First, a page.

The dust is beginning to settle following the attacks in Paris, as moments of shock have turned to hours and days of grief and contemplation. Our disbelief has turned to a variety of emotions: sadness, frustration, and even anger. In the aftermath we are caught between the struggle to do something meaningful and to return to whatever we call “normal” these days. After all, there are football games, upcoming holiday events, and school activities that go on. We don’t need to struggle with our nagging conscience that we can’t, or shouldn’t, engage in “fun” things while others mourn deeply for those lives lost in the attacks. We need to carry on; we need to engage, participate, and support the very things that define our communities, our countries, our lives. Our efforts to carry on do not replace our compassion; they strengthen it.
I have noticed, though, that there is a division among some when it comes to how we need to react now that the threat is greater than ever in cities all over the globe. Certainly, there seems to be no “safe place” anymore. We are all vulnerable to senseless acts of terrorism. I don’t think anybody disagrees with that.
These arguments and calls for action in how we respond internationally spark strong debates and judgments in leadership, retaliation, and policy. I get that there is a place for that. Discussion is both valid and necessary for us to evolve and work toward macro solutions that benefit not only the United States and France, but all nations – and all people – throughout the world.
These arguments and debates, however, do not negate a call for compassion, for peace, faith, hope, and love. We cannot condemn an impromptu performance of a pianist playing “Imagine” outside of the Bataclan because it doesn’t “solve” the problem, just as we cannot mock or judge individuals for posting symbols of support or peace on social media sites.
The two do not cancel out each other, simply because our individual efforts serve a different role than the broader, more rhetorical discussions about what is wrong with our society and what should be done at a national or even international level.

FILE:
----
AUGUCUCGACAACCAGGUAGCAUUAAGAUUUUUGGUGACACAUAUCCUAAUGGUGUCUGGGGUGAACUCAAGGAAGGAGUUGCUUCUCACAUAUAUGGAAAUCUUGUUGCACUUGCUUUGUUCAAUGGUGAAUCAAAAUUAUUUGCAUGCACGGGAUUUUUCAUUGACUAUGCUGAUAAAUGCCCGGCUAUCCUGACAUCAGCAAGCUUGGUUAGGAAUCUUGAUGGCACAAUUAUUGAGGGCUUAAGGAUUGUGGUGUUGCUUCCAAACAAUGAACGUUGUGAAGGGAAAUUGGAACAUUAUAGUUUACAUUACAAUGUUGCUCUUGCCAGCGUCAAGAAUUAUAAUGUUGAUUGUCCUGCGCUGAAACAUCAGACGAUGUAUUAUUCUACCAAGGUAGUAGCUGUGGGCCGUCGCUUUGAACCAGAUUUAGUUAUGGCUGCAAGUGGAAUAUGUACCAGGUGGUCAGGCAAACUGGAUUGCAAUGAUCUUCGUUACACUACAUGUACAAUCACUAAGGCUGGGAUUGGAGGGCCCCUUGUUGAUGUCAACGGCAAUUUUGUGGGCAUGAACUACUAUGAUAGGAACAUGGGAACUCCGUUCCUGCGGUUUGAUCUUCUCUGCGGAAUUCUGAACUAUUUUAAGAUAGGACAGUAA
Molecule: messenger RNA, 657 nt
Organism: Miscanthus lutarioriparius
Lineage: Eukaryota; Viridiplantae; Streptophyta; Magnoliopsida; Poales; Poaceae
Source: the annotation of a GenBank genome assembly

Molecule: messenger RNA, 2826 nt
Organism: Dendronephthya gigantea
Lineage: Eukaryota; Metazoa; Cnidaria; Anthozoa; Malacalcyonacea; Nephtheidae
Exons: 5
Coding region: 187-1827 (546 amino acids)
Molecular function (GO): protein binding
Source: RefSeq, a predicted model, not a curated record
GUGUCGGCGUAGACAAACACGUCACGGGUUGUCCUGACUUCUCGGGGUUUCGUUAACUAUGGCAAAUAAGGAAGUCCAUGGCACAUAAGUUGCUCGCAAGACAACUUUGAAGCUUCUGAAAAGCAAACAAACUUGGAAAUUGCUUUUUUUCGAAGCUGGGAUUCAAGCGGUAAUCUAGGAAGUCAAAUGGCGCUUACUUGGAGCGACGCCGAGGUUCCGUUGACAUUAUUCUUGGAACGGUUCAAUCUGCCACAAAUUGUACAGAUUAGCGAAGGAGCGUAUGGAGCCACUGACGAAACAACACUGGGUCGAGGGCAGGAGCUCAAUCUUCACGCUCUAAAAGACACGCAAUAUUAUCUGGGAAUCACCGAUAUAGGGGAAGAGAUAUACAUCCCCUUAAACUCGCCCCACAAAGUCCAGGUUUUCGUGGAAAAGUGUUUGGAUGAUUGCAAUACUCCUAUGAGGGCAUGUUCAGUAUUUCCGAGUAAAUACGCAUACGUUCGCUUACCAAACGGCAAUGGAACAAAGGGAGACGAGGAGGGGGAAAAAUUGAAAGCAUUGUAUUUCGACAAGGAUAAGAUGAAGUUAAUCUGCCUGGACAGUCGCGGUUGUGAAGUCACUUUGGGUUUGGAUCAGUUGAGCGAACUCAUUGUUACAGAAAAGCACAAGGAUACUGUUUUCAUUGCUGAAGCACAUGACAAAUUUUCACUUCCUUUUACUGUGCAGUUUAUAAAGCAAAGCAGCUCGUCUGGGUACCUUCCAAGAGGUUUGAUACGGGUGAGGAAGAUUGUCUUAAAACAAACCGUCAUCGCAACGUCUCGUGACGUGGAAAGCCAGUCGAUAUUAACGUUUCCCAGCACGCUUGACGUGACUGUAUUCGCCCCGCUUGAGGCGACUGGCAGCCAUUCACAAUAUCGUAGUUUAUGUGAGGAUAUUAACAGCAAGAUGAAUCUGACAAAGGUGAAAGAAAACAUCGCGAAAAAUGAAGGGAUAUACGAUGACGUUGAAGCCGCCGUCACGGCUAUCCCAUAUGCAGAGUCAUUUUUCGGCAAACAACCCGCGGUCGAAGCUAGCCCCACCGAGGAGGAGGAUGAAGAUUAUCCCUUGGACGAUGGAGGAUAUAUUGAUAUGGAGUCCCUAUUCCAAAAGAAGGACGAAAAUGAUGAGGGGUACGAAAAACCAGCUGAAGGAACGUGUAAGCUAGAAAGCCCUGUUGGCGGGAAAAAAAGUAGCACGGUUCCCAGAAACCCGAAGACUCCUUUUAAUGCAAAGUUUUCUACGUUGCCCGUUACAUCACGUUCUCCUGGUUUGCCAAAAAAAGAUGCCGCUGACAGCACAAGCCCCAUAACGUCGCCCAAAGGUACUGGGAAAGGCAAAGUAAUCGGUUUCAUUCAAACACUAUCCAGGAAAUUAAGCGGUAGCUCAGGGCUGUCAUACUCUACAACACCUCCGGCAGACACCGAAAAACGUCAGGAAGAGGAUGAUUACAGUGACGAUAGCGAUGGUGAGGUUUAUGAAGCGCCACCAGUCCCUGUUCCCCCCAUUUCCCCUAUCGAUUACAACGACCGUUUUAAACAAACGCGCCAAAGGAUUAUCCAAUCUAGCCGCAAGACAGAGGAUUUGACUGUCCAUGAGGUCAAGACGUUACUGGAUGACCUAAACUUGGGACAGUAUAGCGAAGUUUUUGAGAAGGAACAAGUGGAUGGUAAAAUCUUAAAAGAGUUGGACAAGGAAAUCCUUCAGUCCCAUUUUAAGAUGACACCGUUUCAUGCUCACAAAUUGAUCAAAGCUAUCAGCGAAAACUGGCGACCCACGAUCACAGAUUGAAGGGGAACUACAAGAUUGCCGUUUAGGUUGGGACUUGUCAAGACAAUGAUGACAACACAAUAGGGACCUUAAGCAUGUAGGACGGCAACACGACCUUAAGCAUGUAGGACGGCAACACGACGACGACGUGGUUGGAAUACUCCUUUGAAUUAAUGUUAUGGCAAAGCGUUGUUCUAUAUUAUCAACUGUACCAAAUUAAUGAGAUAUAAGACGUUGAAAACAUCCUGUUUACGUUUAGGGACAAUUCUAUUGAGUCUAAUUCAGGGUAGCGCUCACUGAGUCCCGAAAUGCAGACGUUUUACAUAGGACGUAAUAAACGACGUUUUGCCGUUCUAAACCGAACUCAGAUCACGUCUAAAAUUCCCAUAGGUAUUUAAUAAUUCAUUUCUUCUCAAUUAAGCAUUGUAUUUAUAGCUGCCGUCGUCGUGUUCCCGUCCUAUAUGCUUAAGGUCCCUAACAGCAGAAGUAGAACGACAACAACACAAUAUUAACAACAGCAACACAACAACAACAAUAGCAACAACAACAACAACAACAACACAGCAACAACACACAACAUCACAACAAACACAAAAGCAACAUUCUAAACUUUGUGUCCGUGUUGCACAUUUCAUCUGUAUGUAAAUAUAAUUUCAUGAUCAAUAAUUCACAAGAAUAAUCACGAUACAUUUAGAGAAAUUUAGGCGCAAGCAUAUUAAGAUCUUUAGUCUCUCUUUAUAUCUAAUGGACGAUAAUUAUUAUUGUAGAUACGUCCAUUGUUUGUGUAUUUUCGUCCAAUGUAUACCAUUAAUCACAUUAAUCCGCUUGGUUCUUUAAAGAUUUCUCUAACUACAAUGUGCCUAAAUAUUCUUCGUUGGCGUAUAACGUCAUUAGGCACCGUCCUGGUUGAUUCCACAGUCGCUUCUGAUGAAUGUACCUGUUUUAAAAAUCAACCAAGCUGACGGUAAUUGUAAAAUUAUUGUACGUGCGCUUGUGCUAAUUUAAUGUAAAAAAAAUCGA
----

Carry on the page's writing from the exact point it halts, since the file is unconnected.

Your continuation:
My focus is on compassion and what I, you, and we can do to strengthen our communities right now. No, it’s not going to change anything about the debates last night or who might be vying to run our country in 2017. And it isn’t going to shift our international policies on terrorism or how we – or anybody else – should respond. What compassion will do is strengthen our own communities and unite us in ways that we desperately need to be united.
I see three stages of how we can provide compassion and help others in and beyond our communities.
In the first stage, we offer a visual demonstration of support at the individual or personal level. We do this in many ways, and not one of them should be considered superficial or “trendy.” As nations paint their landmarks in blue, white, and red to show support, so do individuals paint their profile pictures and cover photos with solidarity. How does this help? I have seen individuals directly affected take solace in such support. This very minimal act of helping makes a difference, even if we are not aware of it on an individual and personal level.
In the second stage, we take action in our communities to make it a better place for everyone. We pick up trash, we check in on neighbors, we attend community events. We serve as models for our children, for others, in how we live our lives beyond fear, how we demonstrate courage in our actions and strengthen our foundations in peace and unity. We abandon judgment and embrace diversity; we stand united among the pillars of peace, faith, hope, love. What brings us there – our individual beliefs, religions, backgrounds, cultures – makes no difference. We recognize these pillars as universal structures of strength. And in so doing, we, as individuals, become pillars of strength and carriers of each: peace, faith, hope, and love.
Finally, in the third stage, we initiate programs to heal, to protect, to serve. We create opportunities for greater action through camaraderie and unity. We become integral players in the development of these initiatives. This might be through the development of community sports and recreation programs, school-based activities and events, church-centered missions and drives, and larger initiatives that create products or provide services for others in need.
We can debate all we want about the macro policies about war, government, guns, and international relations. We can question why we feel more inclined to react to tragedies in France than we might for tragedies in other places such as Beirut or Syria. We can spar with friends, defending and offending (although I wish we wouldn’t) along the way.
But we can also show compassion first, and throughout, our debates and discussions. If we do this at every level of how we respond, either on a micro or macro level, we can effect greater change in ways that matter most to our local communities, as well as to the individuals comprising our immediate worlds.
Begin with compassion. Become a pillar of peace, faith, hope, and love. Let these be the foundation of all we do now, and tomorrow.